This May Burberry released the final part of its 2018 Pre-Fall ad campaign featuring and art directed by the British-Ghanaian model Adwoa Aboah. The portfolio is set in the model’s homelands: Juergen Teller shot the first installment in London, Aboah’s place of birth, moving then to New York where she is currently based.
This last series follows the model to Africa. Aboah traveled to her father’s native country of Ghana, casting relatives and friends as models and having her aunt create custom outfits for the family in Burberry Vintage’s signature tartan. The commentary is then all about this homecoming and where Africa stands on Aboah’s existential map.
“Adwoa in Ghana”, the story appeared on Burberry’s website, features a backstage video (also available on Instagram) of Adwoa and Sonny Hall enjoying themselves on location and another montage of life scenes in Accra alongside Teller’s shots of the models in the new collection’s graffiti vests, “spirited motifs” and “clash of unexpected colour and contradictions”.
Much more than in the previous installments, context is essential to establish Burberry’s “intimate” brief. Accra is effectively Aboah’s supporting actor in the campaign, providing not just background but being a character in itself – the character that lends authenticity, and therefore commercial value, to the work.
“Discover Adwoa in Ghana”, which I watched on YouTube, couples more backstage scenes, glimpses of palm-lined beaches and exotic backyards, with a voiceover of the model recounting her adventures in the country through the years, including eating fresh pineapple and watching Nigerian soap operas with her grandma.
Details of the location, the model’s family home outside Ghana’s capital, pop up in Aboah’s social media conversation too. On Instagram she recalls “the church and the swing and grandma and grandad, aunties, Kente cloth, fufu and buckets for washing”. In an interview with Vogue she mentions “Coca Cola in glass bottles, listening to my grandad skip outside my window, filling up the kettle to have a shower, going to church and walking into town to get pizza and ice cream.”
You experience the place’s sensorial and sensual reality. Africa is aesthetically present but in a more nuanced way than, say, in Kenzo’s 2017 video “Gidi gidi bụ ugwu eze” that has a more documentary approach. Burberry is evoking a “memory site” [Pierre Nora, 1989] made of personal impressions and fragments of time popping out of Aboah’s stream of consciousness.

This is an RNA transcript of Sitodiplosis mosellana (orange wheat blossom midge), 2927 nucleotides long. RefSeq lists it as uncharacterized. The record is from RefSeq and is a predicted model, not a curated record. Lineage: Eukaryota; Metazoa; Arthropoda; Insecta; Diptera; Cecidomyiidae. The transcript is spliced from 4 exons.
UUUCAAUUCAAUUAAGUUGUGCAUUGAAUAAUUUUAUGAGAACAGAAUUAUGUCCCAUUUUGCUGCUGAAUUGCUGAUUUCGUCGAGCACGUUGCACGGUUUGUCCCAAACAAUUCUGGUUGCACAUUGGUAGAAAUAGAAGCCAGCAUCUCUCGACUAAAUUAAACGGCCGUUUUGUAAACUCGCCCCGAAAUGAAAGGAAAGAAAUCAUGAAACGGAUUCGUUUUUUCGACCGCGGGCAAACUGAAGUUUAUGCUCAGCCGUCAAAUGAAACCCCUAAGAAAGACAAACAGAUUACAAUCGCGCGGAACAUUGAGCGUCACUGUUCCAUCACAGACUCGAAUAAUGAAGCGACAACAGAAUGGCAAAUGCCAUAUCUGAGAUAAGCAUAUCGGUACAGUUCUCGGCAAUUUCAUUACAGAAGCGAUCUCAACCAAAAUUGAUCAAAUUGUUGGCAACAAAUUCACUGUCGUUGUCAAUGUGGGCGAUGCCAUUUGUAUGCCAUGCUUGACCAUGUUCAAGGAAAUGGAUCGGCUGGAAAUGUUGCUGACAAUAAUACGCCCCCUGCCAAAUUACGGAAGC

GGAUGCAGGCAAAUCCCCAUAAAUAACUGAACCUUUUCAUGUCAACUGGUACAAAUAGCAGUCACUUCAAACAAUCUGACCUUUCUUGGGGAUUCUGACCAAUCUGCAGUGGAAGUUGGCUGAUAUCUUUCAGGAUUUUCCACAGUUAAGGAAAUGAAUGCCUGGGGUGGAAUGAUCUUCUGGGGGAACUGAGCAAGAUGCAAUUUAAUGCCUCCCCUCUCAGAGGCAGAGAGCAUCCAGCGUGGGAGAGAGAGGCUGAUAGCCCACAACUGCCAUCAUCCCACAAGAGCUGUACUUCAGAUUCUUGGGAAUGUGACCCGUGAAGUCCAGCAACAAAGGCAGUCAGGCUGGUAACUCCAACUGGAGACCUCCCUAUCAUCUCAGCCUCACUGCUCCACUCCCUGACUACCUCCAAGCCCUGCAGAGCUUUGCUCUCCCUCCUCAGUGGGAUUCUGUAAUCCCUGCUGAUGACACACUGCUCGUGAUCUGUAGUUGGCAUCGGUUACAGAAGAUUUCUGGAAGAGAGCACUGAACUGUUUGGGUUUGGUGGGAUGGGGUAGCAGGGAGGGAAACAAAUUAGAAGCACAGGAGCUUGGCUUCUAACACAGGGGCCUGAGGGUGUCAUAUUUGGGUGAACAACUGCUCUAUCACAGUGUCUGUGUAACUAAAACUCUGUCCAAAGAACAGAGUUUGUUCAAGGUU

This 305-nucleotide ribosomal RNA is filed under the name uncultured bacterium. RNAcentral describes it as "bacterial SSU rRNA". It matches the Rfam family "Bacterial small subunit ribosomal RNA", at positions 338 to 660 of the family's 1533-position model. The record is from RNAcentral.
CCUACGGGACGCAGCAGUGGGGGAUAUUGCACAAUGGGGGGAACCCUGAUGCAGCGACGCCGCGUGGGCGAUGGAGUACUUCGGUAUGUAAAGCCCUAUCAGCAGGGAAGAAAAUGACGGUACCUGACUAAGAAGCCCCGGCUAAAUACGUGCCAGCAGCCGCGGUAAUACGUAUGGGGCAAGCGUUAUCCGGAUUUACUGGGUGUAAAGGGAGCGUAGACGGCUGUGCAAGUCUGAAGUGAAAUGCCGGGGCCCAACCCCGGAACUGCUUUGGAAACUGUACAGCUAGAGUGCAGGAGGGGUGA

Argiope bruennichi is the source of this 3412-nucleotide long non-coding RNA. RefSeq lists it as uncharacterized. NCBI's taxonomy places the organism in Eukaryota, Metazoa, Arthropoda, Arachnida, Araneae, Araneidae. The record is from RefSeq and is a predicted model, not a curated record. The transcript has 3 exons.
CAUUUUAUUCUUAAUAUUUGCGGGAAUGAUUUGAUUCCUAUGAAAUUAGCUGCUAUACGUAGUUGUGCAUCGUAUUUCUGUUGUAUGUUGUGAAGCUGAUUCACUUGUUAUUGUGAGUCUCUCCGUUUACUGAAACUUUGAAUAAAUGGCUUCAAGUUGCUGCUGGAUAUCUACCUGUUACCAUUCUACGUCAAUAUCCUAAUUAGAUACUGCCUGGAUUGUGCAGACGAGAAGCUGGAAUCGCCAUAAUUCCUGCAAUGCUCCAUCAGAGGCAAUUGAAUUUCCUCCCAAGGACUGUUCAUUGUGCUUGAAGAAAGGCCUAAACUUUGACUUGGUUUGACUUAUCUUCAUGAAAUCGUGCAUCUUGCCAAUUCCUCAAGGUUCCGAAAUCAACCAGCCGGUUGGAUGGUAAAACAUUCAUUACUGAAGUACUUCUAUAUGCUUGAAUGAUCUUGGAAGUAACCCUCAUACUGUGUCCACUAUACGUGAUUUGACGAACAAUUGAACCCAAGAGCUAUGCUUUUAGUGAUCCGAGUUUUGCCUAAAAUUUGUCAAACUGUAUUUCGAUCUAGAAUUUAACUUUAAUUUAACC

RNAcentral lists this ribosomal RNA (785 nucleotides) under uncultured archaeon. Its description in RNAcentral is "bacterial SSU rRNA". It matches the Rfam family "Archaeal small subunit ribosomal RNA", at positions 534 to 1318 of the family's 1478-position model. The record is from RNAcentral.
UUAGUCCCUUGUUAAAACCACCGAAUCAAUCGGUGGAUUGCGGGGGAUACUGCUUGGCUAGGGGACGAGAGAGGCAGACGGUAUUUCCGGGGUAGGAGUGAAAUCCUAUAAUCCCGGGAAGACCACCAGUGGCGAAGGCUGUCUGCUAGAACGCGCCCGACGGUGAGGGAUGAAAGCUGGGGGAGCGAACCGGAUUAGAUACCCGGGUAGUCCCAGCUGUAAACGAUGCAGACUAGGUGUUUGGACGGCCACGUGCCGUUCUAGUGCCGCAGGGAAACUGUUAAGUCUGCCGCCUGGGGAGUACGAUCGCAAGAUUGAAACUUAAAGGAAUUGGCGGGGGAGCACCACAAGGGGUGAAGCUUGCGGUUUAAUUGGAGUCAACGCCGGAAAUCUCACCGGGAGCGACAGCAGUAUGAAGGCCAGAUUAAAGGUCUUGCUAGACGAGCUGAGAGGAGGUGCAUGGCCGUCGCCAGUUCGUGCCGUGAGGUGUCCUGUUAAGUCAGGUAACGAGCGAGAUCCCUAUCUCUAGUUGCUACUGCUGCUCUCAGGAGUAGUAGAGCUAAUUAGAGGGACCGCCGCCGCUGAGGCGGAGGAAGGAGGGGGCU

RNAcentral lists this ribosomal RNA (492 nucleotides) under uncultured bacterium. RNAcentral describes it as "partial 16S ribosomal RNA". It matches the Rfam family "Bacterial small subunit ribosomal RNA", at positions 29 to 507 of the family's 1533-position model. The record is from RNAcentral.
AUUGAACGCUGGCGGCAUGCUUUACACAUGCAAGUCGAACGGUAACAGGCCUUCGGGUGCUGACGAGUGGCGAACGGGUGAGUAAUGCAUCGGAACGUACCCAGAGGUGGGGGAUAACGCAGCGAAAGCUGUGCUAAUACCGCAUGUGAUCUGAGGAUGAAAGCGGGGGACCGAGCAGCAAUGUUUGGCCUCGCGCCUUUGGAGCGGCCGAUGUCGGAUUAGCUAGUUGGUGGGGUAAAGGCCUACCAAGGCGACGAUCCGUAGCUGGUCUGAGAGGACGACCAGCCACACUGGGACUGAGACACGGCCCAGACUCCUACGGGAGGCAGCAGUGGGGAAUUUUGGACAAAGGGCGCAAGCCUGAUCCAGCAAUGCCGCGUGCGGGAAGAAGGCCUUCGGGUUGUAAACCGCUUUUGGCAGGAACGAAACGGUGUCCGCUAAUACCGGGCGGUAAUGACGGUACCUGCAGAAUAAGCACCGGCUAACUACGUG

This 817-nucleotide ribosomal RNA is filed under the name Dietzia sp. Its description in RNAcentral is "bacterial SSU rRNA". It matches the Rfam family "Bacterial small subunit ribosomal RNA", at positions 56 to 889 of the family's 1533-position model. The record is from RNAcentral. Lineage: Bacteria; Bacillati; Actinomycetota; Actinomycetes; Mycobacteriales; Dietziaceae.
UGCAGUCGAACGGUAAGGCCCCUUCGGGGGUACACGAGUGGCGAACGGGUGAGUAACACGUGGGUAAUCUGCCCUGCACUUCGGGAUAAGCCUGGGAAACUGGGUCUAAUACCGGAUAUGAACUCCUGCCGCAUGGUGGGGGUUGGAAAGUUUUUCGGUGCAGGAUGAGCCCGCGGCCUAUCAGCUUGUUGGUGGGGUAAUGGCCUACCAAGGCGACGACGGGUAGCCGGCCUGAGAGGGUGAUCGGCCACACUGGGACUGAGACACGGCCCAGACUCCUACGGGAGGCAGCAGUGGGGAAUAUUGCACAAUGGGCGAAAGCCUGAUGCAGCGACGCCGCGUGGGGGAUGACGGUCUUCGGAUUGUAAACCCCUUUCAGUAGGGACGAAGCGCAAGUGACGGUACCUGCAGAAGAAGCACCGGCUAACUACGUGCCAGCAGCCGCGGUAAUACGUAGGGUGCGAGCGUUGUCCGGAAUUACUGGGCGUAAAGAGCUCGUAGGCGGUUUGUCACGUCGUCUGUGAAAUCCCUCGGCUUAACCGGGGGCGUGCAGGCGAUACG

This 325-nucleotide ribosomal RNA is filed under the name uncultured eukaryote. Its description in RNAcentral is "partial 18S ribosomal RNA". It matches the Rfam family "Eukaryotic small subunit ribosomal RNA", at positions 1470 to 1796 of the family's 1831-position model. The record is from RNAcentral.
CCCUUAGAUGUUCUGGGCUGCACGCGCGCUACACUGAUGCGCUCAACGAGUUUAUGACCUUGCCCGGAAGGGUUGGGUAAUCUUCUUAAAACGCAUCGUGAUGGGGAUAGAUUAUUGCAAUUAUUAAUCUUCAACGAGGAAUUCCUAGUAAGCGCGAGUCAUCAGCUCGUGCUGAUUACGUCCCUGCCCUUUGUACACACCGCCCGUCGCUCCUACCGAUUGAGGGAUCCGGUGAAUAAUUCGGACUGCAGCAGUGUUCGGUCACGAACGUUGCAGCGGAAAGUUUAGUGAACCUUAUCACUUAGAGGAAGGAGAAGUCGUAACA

Following Aboah across three continents, revealing her feelings about relocating in the US and being of mixed heritage, the campaign has grown more intimate and emotional as it approaches the last stop. The African chapter is the happy ending of a coming-of-age story that comes full circle in Accra. The trouble of dealing with a missing “side of the story”, as she calls it, seems to end as Adwoa accepts Ghana’s “claim” on her.
The model wrote on Instagram that the Burberry assignment gave her a chance to reconnect with “a place where I felt like an outsider but always wanted to belong”. She goes on to call Accra her “home away from home”, ending the post vowing “love and pride” for Ghana.
The media and audiences have been quick to catch on this heart-warming celebration of family and return to the origins, with thousands commenting on Instagram and many more across other platforms. The intimate tone of the voiceover, the traditional cut of the auntie’s custom-made outfits, the lighthearted and playful atmosphere of behind-the-scenes establish relevance and quality, inviting users to identify with Aboah’s negotiation of belonging.
You get the feeling of witnessing the model’s growth into a more complete and accomplished woman who has come to terms with a split identity, all the while delivering on the brand’s brief of pushing for authentic stories that get close and personal to potential buyers.
Ultimately, as with other brands’s campaigns set in Africa, Burberry’s portfolio proves that the continent (or at least some parts of it) is a marketing goldmine for fashion players. But can its cultural influence be as big as its aesthetic appeal? As I re-watch the promotional clips, I keep looking for hints about the crew to find out who actually contributed to their making; if, besides Aboah’s creative direction any other Ghanaian took active part in dreaming up Burberry’s African fairytale. I have found none. If you know, please post in comments.
Cover image: A shot of the second part of Burberry’s campaign, Regent’s Canal, London